The debate over whether Section 230 needs to be updated is an important one. But the proper venue for that debate is in Congress. Not only does the FCC lack the legal authority to regulate internet platforms, doing so would be at odds with the precedent it set when repealing net neutrality rules.
In its escalating effort to punish social media companies, the Trump Administration has enlisted the Federal Communications Commission (FCC) to do its bidding.
After Twitter labeled one of President Donald Trump’s tweets about alleged voter fraud from mail-in ballots as misleading, he was quick to accuse the platform of censorship and election interference. Just days later, on May 28th, Trump issued an executive order that he claimed was necessary to rein in anti-conservative bias on online platforms like Twitter and Facebook. The order tasked the FCC with “clarifying” the law that promotes free speech online. But not only does the FCC lack the legal authority to interpret the law, doing so would be at odds with its own recent precedent deregulating the broadband market and repealing the agency’s 2015 network neutrality rules.
The law targeted by the order is Section 230 of the Communications Decency Act. This short law does two critical things to promote free speech on the internet: first, the law states that online platforms big and small—ranging from YouTube and Facebook to Reddit and Wikipedia—aren’t liable for content created or uploaded by their users. In other words, they are not considered “publishers” of third-party content. Second, Section 230 allows those online providers to moderate or block any third-party content “in good faith” that it finds to be “obscene, lewd, lascivious, filthy, excessively violent, harassing or otherwise objectionable.”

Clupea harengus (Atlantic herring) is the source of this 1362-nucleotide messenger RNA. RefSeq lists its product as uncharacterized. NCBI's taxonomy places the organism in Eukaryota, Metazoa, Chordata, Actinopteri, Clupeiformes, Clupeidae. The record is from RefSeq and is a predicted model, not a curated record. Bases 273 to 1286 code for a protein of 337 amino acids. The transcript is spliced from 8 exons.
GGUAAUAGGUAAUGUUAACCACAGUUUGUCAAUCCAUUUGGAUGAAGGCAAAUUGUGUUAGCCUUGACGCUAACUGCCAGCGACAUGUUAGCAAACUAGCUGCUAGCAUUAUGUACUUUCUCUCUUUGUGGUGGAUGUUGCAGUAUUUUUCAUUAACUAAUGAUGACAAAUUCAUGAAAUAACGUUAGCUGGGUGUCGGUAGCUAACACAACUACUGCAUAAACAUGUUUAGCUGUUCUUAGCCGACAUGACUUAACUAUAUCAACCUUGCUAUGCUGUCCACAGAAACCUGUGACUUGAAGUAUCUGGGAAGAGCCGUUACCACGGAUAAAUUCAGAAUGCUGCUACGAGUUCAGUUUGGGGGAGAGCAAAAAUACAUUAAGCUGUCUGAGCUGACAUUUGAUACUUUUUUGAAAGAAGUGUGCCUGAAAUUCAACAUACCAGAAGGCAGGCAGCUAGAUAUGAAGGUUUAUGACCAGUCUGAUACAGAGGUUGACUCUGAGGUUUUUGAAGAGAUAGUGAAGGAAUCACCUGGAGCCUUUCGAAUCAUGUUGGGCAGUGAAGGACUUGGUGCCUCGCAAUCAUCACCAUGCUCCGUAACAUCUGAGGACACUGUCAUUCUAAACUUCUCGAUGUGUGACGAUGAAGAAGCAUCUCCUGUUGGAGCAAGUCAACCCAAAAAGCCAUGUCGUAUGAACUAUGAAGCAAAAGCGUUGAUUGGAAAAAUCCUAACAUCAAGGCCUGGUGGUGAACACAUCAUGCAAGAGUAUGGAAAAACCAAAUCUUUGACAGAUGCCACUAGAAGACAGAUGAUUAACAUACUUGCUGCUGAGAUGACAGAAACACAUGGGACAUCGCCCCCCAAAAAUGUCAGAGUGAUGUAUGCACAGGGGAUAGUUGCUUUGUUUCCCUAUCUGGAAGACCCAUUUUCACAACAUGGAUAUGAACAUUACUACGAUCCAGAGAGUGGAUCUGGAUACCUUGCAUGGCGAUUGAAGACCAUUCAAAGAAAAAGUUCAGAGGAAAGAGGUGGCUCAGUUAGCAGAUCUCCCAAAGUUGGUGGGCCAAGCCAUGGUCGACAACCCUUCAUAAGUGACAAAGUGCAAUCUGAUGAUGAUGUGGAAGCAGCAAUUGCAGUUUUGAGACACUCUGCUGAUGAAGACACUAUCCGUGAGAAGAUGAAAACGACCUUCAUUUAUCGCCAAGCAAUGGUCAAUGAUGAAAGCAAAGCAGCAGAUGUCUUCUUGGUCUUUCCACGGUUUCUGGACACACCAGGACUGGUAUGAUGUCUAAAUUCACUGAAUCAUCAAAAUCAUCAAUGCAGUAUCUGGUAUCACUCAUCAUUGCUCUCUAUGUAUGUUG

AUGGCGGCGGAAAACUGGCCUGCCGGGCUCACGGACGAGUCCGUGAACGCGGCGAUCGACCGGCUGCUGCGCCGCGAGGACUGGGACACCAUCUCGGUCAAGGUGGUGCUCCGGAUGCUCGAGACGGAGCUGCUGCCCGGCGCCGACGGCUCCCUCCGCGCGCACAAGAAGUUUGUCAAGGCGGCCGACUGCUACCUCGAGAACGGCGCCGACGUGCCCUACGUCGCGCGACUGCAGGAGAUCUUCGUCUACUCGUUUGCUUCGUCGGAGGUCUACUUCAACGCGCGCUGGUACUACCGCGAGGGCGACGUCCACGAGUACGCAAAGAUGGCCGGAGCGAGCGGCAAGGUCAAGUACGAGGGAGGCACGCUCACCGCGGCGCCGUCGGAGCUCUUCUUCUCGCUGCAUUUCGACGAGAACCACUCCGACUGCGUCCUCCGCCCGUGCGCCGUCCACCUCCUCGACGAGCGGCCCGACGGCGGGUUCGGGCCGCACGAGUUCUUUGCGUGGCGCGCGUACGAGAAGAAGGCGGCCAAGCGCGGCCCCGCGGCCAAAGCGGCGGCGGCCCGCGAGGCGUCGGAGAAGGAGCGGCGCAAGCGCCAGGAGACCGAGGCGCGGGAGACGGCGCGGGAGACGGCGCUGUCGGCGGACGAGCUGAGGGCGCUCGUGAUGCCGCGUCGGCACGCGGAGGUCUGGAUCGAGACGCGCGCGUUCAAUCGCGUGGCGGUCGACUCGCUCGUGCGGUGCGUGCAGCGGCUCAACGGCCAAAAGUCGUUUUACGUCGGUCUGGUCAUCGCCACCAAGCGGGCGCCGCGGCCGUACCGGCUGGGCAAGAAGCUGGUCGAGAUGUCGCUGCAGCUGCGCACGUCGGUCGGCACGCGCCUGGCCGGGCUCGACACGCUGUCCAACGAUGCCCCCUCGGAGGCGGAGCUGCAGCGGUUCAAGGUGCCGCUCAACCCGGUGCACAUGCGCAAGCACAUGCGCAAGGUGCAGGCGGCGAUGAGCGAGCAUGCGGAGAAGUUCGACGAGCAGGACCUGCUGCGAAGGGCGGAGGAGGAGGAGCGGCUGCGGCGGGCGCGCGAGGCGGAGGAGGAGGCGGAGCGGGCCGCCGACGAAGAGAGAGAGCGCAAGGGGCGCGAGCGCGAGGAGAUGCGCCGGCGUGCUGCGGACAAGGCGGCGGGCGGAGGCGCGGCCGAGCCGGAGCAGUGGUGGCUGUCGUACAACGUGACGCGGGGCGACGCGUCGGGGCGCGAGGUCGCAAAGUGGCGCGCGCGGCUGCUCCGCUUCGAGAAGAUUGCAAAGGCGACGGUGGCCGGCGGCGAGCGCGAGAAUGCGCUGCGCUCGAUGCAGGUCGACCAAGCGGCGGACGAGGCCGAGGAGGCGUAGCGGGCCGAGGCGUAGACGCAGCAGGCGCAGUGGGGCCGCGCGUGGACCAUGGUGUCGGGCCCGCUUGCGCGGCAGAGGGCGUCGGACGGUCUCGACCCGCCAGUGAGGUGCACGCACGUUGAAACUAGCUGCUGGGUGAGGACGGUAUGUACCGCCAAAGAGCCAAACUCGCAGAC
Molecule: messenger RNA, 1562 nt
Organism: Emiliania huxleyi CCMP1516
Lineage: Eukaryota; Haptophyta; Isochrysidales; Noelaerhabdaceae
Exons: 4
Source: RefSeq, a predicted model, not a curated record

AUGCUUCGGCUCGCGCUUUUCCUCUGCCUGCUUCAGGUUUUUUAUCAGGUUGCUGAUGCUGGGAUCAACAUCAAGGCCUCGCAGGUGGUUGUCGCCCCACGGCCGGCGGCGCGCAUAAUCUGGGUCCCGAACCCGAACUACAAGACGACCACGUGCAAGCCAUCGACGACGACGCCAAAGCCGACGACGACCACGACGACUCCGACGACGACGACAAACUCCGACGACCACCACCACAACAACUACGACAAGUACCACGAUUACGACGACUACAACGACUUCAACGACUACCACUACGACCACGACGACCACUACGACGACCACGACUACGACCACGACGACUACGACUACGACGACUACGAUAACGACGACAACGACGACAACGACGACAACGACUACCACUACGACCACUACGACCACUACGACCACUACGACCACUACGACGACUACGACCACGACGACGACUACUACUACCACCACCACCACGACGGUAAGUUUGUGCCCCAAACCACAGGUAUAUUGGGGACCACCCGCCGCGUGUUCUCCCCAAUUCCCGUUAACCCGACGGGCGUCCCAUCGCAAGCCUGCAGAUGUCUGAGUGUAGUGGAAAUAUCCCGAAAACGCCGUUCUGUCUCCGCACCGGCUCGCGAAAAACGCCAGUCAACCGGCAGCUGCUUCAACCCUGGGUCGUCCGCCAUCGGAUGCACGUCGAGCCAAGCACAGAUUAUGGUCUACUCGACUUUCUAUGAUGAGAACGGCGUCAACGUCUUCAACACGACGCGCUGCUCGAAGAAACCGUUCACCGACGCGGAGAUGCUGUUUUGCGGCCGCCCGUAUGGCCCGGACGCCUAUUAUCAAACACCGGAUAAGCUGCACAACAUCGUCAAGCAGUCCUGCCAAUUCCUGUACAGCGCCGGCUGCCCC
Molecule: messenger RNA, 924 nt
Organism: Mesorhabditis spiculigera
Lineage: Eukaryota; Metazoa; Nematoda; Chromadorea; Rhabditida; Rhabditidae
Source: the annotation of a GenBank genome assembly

Pursuant to Trump’s executive order, the National Telecommunications and Information Administration (NTIA), an agency housed in the Department of Commerce, filed a petition for rulemaking with the FCC. Among other things, NTIA’s petition asks the FCC to interpret Section 230 in a way that would both greatly widen online platforms’ liability for third-party content by expanding the definition of “publisher” and limit the categories of content that online providers are allowed to remove by effectively removing the catch-all phrase “otherwise objectionable” from the law.
NTIA’s proposed interpretation of Section 230 would be a death blow to a law that is critical to the growth of the internet as we know it. Shrinking platforms’ immunity or limiting the content a platform would be permitted to moderate would lead to countless lawsuits against platforms. While Big Tech companies like Facebook and Google could likely survive the deluge of litigation, smaller companies and nonprofits that host content could not. The combination of these two changes would be to punish platforms for “over” moderating and also punishing platforms for “under” moderating. This would effectively eliminate all platforms for user-generated content. The result would be to turn the internet into broadcast and cable TV.